After two weeks of reno chaos, I’m finally able to leave my house for more than the absolute essentials. Yesterday I indulged in the simple pleasure of my favorite local yoga class—Yoga for Stress Relief.

In this class, we use props such as bolsters, blocks and blankets, to help us hold restorative poses without straining and tiring our muscles. We let the props support and cradle us, allowing us to go deeper, hold longer, and really relax into the poses. Yesterday, as I have so many times before, even as I settled into a pose, I could feel my muscles clenched and tense, holding on even when they didn’t need to. I had to consciously relax them into the support beneath me. I could almost hear my body sigh with relief as the instructor led us through the day’s sequence and I began to let go of my tension.

It occurs to me that I do the same thing in other parts of my life. Even when support and help is available, I don’t ask for it. If someone offers to help, I don’t always accept it. I don’t use the resources available to me, just like I don’t relax and let the props do their job in yoga class.


Well, let’s see: independence (not to say stubbornness), fear of being a bother or a burden, a bit of control-freakishness, and a dash of the two-year-old’s, “I can do it myself!” Oh, yes, those are good reasons.

Even in our more strenuous classes, our yoga instructors remind us there’s nothing wrong with using props to make our poses more effective. Every body is different and requires different support to work its best. We are to listen to our bodies and give them what they need, both on and off the mat. It’s a lesson I’m slowly learning.

Aside from the obvious physical and mental benefits, the message of the Yoga for Stress Relief class is: “Rest now. You don’t have to do it all by yourself.” A good message for us all, and not just while we’re on the mat.

So the next time you need me, you’ll find me in savasana, supported by a folded blanket under my head, a bolster beneath my knees, and an eye pillow draped over my eyes. 

Rest now.


Daring to Delight

March 02, 2015

I’m determined to do a better job of living my word of the year in 2015—why not when it’s such a nice one? So I plan to review my progress every month or so, and see how much delight I’m allowing into my life. Since I am the “gatekeeper of delight,” so to speak, here are three ways I’m exploring the concept:

Instead of blindly rushing through my day, I have made deliberate attempts to slow down both my movements and my thoughts so I can pay better attention to the details. That first sip of coffee in the morning—delicious! How relaxed and strong my body feels after yoga class. The deep pleasure of climbing into bed at the end of the day. I’m blessed with more delightful moments than I recognized.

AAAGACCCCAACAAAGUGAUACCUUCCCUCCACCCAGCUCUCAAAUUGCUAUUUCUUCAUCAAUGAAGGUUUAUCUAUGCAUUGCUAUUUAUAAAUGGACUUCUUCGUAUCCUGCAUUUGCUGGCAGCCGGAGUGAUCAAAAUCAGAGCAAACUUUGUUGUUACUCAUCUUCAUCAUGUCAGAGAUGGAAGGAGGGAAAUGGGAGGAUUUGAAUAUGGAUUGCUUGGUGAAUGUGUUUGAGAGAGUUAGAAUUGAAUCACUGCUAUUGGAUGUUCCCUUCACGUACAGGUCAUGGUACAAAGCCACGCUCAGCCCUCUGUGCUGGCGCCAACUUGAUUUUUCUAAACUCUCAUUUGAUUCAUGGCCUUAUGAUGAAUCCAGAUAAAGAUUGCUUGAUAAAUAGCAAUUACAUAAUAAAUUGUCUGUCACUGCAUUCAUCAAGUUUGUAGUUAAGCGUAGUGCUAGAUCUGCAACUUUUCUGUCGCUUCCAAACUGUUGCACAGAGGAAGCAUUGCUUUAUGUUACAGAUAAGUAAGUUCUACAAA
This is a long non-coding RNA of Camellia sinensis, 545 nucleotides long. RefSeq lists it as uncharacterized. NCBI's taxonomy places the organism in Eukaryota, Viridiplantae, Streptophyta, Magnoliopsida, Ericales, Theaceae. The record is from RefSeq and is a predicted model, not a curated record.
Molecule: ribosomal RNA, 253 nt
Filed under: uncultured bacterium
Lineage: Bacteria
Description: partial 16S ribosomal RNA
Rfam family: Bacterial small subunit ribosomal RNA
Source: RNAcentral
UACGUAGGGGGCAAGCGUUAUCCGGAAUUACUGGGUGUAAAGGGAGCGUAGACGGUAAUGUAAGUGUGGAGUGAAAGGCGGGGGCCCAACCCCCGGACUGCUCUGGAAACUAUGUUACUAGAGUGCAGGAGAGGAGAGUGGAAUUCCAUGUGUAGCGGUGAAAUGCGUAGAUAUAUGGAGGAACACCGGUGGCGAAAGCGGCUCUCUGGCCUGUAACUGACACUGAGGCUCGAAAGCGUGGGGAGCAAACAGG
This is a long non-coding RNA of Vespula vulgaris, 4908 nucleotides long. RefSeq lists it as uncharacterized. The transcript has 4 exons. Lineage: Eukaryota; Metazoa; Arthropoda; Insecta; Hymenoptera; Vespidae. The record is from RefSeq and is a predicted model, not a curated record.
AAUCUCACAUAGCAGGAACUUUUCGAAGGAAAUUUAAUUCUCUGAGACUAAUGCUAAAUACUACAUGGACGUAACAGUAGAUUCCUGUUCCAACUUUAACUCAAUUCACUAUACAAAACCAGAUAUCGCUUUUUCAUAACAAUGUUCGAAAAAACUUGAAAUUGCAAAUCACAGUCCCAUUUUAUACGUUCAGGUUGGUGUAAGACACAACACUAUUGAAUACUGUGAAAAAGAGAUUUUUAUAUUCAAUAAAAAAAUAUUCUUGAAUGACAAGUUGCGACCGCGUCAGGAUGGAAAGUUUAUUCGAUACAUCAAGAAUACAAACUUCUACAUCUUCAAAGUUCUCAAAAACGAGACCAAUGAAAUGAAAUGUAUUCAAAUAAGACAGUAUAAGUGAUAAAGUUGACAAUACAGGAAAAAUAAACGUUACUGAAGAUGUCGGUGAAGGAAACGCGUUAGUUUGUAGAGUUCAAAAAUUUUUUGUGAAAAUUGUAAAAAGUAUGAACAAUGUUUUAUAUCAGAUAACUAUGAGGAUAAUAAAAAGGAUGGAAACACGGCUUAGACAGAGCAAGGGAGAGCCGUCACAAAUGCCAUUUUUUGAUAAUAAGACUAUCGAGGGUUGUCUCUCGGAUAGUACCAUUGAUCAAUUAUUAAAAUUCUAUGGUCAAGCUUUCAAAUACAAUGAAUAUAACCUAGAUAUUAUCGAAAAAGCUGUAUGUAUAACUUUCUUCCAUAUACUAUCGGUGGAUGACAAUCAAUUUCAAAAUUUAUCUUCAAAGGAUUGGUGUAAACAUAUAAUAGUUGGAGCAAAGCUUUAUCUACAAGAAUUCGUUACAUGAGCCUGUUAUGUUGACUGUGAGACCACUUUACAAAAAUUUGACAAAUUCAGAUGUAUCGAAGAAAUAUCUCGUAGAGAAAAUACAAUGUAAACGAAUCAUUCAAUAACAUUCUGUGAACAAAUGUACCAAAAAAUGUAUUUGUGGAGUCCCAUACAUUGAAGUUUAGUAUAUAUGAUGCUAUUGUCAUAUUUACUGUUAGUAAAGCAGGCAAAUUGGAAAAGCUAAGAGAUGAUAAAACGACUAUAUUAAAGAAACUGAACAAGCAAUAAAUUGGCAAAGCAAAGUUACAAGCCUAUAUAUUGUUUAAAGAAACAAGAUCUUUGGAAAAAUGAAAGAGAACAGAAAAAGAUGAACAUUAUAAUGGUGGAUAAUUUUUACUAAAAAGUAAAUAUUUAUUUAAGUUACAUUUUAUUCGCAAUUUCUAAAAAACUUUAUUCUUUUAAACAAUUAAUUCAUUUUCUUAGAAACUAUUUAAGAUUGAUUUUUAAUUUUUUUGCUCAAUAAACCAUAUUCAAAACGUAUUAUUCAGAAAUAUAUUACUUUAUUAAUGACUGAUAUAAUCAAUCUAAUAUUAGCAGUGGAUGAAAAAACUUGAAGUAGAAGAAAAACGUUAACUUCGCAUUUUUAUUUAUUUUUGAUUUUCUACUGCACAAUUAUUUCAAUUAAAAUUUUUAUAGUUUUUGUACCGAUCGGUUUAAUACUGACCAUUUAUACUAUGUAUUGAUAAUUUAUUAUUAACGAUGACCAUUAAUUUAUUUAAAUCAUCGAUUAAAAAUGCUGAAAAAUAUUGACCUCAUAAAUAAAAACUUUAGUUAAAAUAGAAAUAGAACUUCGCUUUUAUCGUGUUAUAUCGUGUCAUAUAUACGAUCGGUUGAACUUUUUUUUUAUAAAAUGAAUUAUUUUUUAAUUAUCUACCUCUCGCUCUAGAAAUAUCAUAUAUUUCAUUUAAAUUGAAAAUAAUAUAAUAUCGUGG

It can feel really selfish to seek out delight, but I am letting go of the guilt feelings that arise when I “indulge” myself. Last month, I made the mundane more delightful by picking up a cinnamon dolce latte and a new book to read while I waited for an oil change. I played music every chance I got—using my iPod while vacuuming and mopping and listening to Pandora while working in my office. I’m also making sure I take short breaks during the day, rewarding myself when I complete a task, especially if it’s one I don’t enjoy. When faced with any choice now, the go-to question is, “Does this delight me?”

I’m also working on becoming more mindful of ways to share delight with other people, through acts of kindness, thoughtful words, or sharing something (book, movie, website, food!) that will bring pleasure to someone else. There’s much delight in sharing delight!

So far, the first life lesson “delight” has given me is this: It’s OK to enjoy my life. To take delight in simple pleasures and everyday adventures. I don’t need to feel guilty or uncomfortable because I have such a good life when so many people do not. It has been repeatedly pointed out to me that my suffering or unhappiness doesn’t help anyone else. In fact, it can add to the unhappiness of those who care about me. Instead, I dare to feel more delight, more happiness, and to spread it to others every chance I get.